Good Morning and Welcome to May!
Many of you know that I love my food dry. Dry, people; not bland and not without flavor. There is a difference! Also, my preference has very little to do with health and fitness.
From as far back as I can remember, I have always liked my food(s), clumpy and dry. But with flavor! Tons and tons of flavor. So where appropriate, dry “recipes” were and are what I prefer.
When I was a kid, even the most basic of meals would be eaten this way. I would put the least amount of milk in my cereal – just enough to touch each morsel. When I made oatmeal or cream of wheat…the same thing…just enough water to complete the cooking process. If fruit was added to either, bananas and raisins please. No berries!
And now, sushi with wasabi. No soy sauce. My burgers, toast the bun (whole wheat or seven grain of course). But hold the ketchup. My eggs? Don’t even get me started. Pepper only. And finally, yes my dear “pasta” eaters, no, it’s not “spaghetti”, unless it is (get it?), it’s pasta. And I ate it without “gravy”. Just cheese and crushed red pepper.
Yes, by the way, it’s “gravy” not “sauce” and it is especially not “meat sauce”. A quick culinary lesson…if it is made with meat, as all gravies are, it is not a sauce. So, unless you’re only using tomatoes and veggies, what you put on your Sunday dinner, especially if you’re a Jersey Italian, is gravy!
Anyway, sorry for the detour. I just had to get that off my chest.
Now back to the real issue…Even though I personally don’t like to add too many “condiments” (for lack of a better word) to my food, it doesn’t mean you need to refrain from them as well. However, be sure you choose ones (or amounts) that add as few calories and sodium as possible. If you’re not careful, they can really add up.
Below is a short list (since this is already too long) of both “dry” and “wet” ways you can add flavor and health benefits to your food without adding to your waistline.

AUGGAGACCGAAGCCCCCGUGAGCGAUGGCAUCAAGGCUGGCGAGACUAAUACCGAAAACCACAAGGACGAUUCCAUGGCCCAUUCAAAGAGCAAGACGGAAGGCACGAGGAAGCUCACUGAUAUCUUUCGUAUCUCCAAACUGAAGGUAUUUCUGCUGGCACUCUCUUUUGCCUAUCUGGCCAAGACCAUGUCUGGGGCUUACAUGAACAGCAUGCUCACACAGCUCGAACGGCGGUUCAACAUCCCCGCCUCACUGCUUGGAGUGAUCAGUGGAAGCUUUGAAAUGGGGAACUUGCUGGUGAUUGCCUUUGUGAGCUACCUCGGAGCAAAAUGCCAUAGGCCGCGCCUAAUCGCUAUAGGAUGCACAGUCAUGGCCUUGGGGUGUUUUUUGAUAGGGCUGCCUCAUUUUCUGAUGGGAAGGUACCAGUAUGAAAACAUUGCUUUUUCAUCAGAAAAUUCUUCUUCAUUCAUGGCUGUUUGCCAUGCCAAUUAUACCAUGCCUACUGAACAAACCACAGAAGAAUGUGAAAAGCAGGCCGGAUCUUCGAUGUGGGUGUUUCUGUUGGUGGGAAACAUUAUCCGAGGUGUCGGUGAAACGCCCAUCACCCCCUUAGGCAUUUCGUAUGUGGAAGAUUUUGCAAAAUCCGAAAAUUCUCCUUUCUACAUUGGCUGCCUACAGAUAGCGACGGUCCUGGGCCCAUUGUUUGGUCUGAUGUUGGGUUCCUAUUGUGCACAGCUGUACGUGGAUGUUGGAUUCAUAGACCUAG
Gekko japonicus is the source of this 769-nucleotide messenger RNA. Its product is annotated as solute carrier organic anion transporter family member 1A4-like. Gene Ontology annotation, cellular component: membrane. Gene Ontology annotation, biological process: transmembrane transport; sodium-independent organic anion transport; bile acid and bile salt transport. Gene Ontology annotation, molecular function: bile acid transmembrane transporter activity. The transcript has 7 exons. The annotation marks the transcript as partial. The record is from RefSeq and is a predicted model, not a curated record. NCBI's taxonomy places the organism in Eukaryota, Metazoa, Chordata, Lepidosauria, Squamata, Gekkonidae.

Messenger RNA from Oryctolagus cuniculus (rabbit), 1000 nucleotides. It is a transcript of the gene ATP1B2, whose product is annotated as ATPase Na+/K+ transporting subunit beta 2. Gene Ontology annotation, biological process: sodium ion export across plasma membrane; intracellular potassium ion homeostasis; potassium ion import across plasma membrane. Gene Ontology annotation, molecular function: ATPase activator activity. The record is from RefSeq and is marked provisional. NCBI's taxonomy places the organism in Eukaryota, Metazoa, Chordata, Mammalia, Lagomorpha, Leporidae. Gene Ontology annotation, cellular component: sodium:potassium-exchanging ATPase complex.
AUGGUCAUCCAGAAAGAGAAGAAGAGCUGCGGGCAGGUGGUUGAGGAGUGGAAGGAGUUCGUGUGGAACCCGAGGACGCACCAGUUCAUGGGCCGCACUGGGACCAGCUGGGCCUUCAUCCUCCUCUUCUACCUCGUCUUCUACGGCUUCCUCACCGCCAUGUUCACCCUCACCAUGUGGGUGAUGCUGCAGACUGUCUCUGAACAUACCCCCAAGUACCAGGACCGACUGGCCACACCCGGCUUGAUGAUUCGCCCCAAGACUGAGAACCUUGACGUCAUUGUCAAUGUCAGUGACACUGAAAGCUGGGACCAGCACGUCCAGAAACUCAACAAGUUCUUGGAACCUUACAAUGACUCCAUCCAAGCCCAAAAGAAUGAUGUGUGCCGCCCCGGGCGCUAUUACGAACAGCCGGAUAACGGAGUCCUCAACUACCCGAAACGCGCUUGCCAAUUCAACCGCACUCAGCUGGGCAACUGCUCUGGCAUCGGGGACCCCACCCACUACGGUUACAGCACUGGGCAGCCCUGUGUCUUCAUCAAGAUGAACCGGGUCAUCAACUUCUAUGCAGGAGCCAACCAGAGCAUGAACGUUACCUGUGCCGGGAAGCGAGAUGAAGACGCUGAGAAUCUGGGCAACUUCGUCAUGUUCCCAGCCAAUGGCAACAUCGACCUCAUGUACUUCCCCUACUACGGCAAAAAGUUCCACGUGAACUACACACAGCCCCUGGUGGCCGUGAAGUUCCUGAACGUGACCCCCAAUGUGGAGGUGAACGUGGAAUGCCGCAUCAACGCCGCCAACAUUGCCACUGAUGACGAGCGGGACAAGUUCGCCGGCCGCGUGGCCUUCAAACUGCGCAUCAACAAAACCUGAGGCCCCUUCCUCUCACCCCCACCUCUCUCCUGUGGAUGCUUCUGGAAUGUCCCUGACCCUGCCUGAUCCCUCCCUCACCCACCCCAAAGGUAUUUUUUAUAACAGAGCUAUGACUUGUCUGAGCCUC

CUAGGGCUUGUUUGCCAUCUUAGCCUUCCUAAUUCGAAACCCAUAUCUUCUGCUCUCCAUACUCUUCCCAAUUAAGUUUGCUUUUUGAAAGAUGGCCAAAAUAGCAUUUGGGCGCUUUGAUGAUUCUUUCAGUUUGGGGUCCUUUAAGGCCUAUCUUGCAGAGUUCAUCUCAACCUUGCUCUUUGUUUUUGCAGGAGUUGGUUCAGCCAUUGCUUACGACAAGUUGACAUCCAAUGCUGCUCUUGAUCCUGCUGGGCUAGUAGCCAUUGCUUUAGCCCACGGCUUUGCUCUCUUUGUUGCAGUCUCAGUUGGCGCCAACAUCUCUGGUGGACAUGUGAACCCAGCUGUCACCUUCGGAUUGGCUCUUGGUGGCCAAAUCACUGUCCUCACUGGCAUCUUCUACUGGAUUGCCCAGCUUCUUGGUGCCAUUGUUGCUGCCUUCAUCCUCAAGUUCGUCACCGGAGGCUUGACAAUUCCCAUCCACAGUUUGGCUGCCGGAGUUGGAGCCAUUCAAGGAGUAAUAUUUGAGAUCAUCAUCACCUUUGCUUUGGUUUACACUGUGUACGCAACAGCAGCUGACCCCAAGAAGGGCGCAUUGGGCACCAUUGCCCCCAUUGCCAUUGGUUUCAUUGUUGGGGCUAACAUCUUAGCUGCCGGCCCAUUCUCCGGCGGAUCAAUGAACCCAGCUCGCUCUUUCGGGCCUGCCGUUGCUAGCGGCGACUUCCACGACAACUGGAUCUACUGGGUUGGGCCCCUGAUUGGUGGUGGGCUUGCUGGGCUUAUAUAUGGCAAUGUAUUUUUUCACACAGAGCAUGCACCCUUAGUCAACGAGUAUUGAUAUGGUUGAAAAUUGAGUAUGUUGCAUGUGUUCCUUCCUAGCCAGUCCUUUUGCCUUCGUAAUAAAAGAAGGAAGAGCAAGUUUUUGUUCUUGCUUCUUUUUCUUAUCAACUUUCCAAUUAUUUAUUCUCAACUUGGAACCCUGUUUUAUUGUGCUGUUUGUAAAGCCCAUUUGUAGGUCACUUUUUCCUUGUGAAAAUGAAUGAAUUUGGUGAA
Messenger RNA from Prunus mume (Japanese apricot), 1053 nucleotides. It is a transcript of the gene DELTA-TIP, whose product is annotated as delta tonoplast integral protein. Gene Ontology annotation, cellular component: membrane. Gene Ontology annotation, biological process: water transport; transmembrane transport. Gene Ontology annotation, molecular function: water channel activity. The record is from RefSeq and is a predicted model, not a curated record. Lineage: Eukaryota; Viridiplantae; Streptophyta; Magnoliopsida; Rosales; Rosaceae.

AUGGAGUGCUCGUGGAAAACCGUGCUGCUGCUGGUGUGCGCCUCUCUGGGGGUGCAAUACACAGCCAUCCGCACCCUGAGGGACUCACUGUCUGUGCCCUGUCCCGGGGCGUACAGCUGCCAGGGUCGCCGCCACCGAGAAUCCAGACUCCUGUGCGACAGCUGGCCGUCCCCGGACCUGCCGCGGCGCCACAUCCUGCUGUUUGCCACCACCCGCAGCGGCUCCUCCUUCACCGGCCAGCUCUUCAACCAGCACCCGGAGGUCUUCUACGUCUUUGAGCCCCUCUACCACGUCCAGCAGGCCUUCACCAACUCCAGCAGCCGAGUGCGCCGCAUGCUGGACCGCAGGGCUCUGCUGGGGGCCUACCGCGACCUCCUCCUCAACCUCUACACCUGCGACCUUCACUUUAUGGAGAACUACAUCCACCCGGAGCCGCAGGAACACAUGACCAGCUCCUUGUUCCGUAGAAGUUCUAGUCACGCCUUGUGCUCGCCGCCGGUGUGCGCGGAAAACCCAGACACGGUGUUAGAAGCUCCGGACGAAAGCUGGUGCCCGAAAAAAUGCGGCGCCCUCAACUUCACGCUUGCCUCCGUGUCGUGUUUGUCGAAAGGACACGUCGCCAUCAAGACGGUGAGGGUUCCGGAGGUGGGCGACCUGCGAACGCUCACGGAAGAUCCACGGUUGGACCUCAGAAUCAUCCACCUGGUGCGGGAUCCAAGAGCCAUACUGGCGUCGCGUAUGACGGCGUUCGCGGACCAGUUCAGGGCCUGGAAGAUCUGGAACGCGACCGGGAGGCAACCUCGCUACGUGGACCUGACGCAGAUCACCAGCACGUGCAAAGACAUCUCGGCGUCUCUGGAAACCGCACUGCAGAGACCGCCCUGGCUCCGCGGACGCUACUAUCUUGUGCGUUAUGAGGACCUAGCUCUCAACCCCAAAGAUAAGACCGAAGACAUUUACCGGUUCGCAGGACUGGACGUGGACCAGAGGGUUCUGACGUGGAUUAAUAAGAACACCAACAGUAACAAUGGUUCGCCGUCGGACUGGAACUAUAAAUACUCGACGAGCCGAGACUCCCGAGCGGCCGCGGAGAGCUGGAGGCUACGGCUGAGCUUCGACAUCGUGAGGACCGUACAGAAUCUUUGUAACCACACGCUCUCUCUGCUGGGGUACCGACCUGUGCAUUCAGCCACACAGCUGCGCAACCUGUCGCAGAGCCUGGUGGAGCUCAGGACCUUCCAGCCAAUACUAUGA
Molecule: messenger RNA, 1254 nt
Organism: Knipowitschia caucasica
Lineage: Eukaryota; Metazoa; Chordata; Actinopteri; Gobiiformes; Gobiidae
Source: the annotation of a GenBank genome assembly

Ketchup (3 – 4 tablespoons a day) has lycopene – a powerful antioxidant that may slow the process that leads to atherosclerosis. A recent study shows that organic versions contain up to 60% more per gram than the more conventional brands. The organic type also had the highest levels of vitamins A, C and E. Finally, the ones with a darker hue have the most lycopene.
Soy Sauce contains isoflavones which have been shown to reduce blood pressure, lower cholesterol and slow one’s elevated resting heart rate to a healthy level.
Buckwheat Honey (2 to 4 tablespoons a day) may reduce the risk of heart disease, cancer, cognitive decline, and macular (vision) degeneration. You can add it in small doses to oatmeal, plain yogurt, and tea. Try using it instead of refined sugar when baking.
Rosemary (1 – 2 tablespoons a day) minimizes or eliminates carcinogens formed when cooking some foods. Scientists at Kansas State University found that seasoning beef before grilling can reduce cancer-causing substances by 30 to 100 percent.
Horseradish (1/4 teaspoon a day) detoxifies your liver of carcinogens and may suppress the growth of existing tumors.
Cinnamon (1 teaspoon a day) enhances insulin sensitivity, so it allows you to use more of the glucose in your blood – keeping blood sugar levels stable, and for those with diabetes, it could mean needing less insulin.
Hot Sauce (a few dashes a day) which contains capaicin (“the heat element”) has scientifically been shown to reduce reduces levels of hunger and boost metabolism. This unique combo not only results in fewer calories consumed…it as allows for more calories to be burned than when not used.
Sauerkraut (1/2 cup a day) is full of probiotic bacteria which can help relieve the gas, stomach distension, and discomfort associated with irritable bowl syndrome.
Lastly, Black Pepper contains piperine which has been found to help interrupt the self-renewing process of cancer-initiating stem cells; thus limiting the potential for your body to form tumors.
So diners, instead of always choosing something different to eat with the potential of making a poor decision, choose what you know is good and change its preparation. You’ll find yourself enjoying the variety of tasting something “new”, as well as reaping its increased health benefits.